Hot take: Instagram notifications are universally annoying. You're positive that you've muted them, yet somehow, you're phone is still buzzing at 2 a.m. to inform you that Eunice from summer camp of '04 just posted her first IG story. No matter how many times you change your settings, those little rascals keep popping up. That's exactly what my relatives are like: It makes no difference how many times I politely decline when my family tries to set me up — they bounce back again the next day with a new series of 10-minute-long voicemails and another, equally as hairy, strapping young bachelor.
My big fat Persian family makes the FBI look like a group of finger puppets. My parents make the show True Detective feel like an episode of Blue's Clues. My extended kin are to private investigators what the entire U.S. Postal Service is to one teeny, tiny mailbox. I'm not saying my family is super nosy, but I'm also not not saying that. I only mean to suggest that I once called my mom from college and told her that I was thinking of getting a tiny tattoo on my inner wrist, and by nightfall, I was getting emails from distant cousins whom I have never met before, with subject lines like: Does Body Mutilation Lead To Sudden Death? So, make of that what you will.
My family's absurdly high level of involvement means that most aspects of my life are rarely kept private, and that applies to my love life tenfold. To be fair, I understand that my relatives' intent is not malicious. It's not only that they want what's best for me — which they do — but they also want what's best for the Persian community: The tribe of three-generation Iranian families, which immigrated from Tehran to the tri-state area during the revolution. In many of their minds, marrying a nice Persian boy means maintaining the strength of this community long after my grandparents pass. It means my children will learn Farsi and celebrate Norooz. It means bringing my own family to visit Iran someday.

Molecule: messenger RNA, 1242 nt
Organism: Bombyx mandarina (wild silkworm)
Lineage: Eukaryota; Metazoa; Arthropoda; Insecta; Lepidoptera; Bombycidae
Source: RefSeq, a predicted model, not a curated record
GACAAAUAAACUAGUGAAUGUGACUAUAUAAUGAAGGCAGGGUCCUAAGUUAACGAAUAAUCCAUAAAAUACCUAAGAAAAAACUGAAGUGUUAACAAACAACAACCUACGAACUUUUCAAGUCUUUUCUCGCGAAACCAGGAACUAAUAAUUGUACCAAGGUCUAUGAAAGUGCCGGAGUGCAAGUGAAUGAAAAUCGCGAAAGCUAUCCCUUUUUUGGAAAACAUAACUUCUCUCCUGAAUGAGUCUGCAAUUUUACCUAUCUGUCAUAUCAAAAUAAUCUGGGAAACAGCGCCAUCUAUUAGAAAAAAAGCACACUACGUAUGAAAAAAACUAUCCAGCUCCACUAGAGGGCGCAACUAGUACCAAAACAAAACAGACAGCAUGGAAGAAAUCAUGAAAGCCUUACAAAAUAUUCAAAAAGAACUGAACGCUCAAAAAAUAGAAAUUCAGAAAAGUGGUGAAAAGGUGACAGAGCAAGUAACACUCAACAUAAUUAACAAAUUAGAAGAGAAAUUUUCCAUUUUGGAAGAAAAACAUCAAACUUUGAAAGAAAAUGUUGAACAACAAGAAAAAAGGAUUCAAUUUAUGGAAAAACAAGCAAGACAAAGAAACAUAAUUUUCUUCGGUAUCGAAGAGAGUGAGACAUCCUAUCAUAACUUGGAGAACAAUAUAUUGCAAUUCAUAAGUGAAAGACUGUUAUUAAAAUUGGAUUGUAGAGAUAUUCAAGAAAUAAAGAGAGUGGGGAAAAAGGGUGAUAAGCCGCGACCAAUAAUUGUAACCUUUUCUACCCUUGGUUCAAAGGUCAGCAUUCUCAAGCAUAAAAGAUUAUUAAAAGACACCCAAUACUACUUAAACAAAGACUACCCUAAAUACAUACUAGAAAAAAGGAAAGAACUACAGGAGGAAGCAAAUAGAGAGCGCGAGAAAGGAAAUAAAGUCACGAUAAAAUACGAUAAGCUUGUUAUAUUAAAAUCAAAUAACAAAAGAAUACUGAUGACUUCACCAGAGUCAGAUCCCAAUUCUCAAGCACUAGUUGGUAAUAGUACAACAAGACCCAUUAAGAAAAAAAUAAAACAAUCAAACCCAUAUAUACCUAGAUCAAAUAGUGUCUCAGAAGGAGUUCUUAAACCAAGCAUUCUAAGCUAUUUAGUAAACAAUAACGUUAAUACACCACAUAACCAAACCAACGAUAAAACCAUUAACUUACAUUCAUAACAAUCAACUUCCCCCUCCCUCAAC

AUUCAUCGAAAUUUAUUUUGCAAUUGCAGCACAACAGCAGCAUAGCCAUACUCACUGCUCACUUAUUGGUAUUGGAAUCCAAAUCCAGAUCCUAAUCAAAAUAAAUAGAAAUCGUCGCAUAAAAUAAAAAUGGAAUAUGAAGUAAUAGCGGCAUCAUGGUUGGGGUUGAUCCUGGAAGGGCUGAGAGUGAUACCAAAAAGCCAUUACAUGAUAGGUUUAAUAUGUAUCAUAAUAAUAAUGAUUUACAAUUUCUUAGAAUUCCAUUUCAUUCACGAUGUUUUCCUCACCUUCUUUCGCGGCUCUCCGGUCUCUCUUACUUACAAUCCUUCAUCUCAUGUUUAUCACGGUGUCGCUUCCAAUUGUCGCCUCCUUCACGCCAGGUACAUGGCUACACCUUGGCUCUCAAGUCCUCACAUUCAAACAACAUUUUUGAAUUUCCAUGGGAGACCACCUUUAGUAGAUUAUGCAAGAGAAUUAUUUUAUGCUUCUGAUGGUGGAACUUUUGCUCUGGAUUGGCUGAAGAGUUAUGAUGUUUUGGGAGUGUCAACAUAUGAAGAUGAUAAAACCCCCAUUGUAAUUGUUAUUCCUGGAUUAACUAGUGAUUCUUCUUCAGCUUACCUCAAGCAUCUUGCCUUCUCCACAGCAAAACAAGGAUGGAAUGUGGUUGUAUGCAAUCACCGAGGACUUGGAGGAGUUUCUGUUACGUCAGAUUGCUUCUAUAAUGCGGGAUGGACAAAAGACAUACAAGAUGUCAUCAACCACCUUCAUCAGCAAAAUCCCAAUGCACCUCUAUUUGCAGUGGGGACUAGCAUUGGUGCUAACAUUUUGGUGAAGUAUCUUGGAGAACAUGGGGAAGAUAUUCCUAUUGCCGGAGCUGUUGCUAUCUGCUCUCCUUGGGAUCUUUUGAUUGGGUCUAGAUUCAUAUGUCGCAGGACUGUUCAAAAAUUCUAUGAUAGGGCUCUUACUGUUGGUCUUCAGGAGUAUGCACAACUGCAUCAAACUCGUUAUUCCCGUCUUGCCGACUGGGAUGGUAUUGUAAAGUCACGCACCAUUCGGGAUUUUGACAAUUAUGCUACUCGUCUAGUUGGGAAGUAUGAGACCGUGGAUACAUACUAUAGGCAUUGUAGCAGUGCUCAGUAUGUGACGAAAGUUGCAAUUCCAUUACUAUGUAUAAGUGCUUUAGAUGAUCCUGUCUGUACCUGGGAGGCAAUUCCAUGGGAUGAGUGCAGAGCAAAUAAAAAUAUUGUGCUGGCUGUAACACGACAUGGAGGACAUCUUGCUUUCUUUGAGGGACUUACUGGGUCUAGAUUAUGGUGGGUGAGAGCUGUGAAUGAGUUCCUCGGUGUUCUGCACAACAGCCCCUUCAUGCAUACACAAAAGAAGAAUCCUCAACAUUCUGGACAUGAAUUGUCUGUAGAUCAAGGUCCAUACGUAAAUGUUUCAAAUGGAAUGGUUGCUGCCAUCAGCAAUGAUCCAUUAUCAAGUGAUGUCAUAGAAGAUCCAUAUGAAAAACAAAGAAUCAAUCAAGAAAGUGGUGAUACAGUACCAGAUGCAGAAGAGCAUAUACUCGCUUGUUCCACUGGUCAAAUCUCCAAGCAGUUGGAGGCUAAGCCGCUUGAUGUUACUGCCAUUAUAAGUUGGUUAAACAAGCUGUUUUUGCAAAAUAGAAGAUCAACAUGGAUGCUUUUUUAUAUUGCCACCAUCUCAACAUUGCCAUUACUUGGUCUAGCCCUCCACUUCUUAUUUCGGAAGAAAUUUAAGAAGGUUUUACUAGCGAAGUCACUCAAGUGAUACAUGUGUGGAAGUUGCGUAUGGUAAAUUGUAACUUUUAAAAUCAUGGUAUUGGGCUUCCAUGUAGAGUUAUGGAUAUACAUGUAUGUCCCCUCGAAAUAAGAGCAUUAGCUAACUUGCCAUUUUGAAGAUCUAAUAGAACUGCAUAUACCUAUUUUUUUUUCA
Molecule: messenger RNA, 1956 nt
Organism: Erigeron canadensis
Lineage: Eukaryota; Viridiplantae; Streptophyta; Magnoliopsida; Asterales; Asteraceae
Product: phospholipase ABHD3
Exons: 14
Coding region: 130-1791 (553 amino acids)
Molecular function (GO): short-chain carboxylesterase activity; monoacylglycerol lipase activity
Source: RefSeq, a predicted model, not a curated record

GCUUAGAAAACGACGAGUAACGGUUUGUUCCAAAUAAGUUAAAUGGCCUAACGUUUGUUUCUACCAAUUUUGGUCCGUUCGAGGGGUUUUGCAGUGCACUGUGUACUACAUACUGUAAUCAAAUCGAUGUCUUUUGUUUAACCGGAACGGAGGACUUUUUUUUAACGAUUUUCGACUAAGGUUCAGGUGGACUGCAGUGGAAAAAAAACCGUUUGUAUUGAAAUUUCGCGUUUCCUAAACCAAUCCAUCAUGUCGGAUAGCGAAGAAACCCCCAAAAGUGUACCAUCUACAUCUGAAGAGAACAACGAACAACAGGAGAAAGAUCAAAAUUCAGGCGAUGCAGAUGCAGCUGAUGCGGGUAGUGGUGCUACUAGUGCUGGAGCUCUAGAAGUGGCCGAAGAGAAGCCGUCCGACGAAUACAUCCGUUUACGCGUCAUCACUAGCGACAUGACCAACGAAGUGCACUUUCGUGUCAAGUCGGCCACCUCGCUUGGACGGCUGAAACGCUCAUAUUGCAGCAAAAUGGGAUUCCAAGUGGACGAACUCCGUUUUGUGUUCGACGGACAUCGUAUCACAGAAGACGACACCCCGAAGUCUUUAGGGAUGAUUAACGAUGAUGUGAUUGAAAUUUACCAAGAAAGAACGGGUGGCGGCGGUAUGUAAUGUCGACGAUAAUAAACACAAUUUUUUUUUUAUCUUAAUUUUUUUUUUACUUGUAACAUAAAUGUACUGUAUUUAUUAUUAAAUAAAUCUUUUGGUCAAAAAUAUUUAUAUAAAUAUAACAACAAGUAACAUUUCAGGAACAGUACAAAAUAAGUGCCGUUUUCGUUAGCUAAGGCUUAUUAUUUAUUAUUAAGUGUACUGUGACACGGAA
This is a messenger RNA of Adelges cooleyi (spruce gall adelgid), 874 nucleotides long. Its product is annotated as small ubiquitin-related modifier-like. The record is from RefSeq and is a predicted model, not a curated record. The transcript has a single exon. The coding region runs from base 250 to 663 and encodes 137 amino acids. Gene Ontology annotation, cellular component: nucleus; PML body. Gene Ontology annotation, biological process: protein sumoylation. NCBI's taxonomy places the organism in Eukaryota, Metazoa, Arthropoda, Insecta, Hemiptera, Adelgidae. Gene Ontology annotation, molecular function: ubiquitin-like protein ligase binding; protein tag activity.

I remember the first time I became hyperaware of this expectation, or rather, hope. I was a young girl, perhaps 12 or 13 years old. An older family friend was driving her cousin and I to the mall. We sat in a sleek convertible and her long, black hair blew into the wind, causing her to laugh as it tangled up in her eyes; she was beautiful. The youngest of us were in the backseat, listening in total awe as she recounted tales of her many boyfriends. "Do you think you'll marry one?" Her cousin prodded. "Nope," she responded, without missing a beat. "I'm going to marry an Iranian. I mean, don't you want your husband to be able to communicate with your family?"
That's a question that I thought about frequently while growing up. Now I'm well into my 20s — an age when strangers assume they can discuss marriage with you as openly as they do coupon codes at CVS. Let me be clear: My family is very open-minded and accepting, and has never formally pressured me to "mate" with another Iranian. In fact, my current partner is British and my immediate family might be even more in love with him than I am! The type of "setting up" I'm referring to is much more subtle and some would say, devious.
This time last year, I brought my partner to an event that had been branded as a Persian millennial brunch, an attempt for my parents' generation to sort of force their children to become friends with each other, as a means of ensuring that our community will flourish for centuries onward. My partner was the only "outsider" in attendance, and while nobody made him feel uncomfortable or unwanted, I was later encouraged by the host to consider bringing a Persian plus-one to the next meet-and-greet. I suddenly realized that this was, indeed, some form of strange mating ritual — and I had totally crashed à la National Geographic.
Regardless of this, er, uncomfortable moment, I remain a huge proponent for love knowing no bounds: falling in love when you least expect it and reveling in that experience until you're no longer in it. I continue to toe the line between honoring the culture and community from which I'm derived, and being head-over-heels in love with someone foreign to it. Of course, that doesn't mean we don't have the unexpected visitor pop by, every now and again. But for when they do, I've concocted a fool-proof, three-fold approach to politely declining to obvious setup.